I was flipping through the pages of my Catholic's Women's Devotional Bible, when I found this little gem by Louise Perrotta:
Purgatory makes sense.
Certainly the people of the Old Testament, who never used the word itself, felt the need for the process it refers to. They believed that because of the great divide between God's holiness and human sinfulness, no one could see God and live.
"We shall surely die, for we have seen God," ssaid Samson's father after realizing the identity of the heavenly messenger who had announced his son's birth. "Woe is me! I am lost," Isaiah cried out when he had a vision of God enthroned. "I am a man of unclean lips, and I live among a people of unclean lips; yet my eyes have seen the King, the LORD of hosts!" (Isaiah 6:5). At Mount Sinai the Israelites were so over come simply by hearing god that they begged Moses to be their go-between (see Deuteronomy 5.25).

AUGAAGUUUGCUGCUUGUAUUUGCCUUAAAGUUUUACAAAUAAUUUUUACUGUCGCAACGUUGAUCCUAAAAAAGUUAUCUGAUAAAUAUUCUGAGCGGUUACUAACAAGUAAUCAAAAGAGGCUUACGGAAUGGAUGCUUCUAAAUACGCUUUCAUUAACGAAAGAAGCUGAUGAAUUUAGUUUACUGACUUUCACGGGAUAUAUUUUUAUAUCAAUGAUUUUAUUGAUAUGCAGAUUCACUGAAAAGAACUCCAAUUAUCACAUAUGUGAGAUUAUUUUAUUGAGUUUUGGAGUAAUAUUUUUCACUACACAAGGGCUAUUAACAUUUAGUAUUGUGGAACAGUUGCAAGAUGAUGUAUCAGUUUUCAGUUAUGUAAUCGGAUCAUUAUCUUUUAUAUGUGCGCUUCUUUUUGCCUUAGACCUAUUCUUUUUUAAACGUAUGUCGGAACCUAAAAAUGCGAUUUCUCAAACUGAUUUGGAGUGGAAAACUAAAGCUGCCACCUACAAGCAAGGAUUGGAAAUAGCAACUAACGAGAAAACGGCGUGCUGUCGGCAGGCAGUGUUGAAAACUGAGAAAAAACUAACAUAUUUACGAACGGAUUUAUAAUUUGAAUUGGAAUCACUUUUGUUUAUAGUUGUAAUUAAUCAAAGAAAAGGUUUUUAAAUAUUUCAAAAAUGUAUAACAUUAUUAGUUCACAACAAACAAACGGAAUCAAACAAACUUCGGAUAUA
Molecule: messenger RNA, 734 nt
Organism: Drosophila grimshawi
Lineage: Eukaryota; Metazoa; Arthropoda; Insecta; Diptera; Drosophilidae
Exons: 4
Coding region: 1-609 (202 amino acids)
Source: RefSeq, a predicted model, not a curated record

With the incarnation, God became approachable in a way these people never could have imagined. But their basic instincts were right. They knew themselves unfit for close dealings with God.
God invites us to a relationship of union with him. It is a "like Father, like child" calling: "Be perfect, therefore, as your heavenly Father is perfect" (Matthew 5.48). Like a vine being pruned, like gold being refined, we become purified so that we resemble Jesus more and more. If we cooperate with grace, the process is completed in this life. If not, there is purgatory.
Though we speak of being "in" it, purgatory is not so much a place as a purifying process. This process is symbolized in Scripture as a cleansing fire (1 Corinthians 3:5; 1 Peter 1:7), but it is a purification altogether different from the punishment of the damned. Souls in purgatory have the joy of knowing they will see god.
Purgatory not only makes sense, by giving us a chance to complete what we began on earth, it also reveals God's mercy.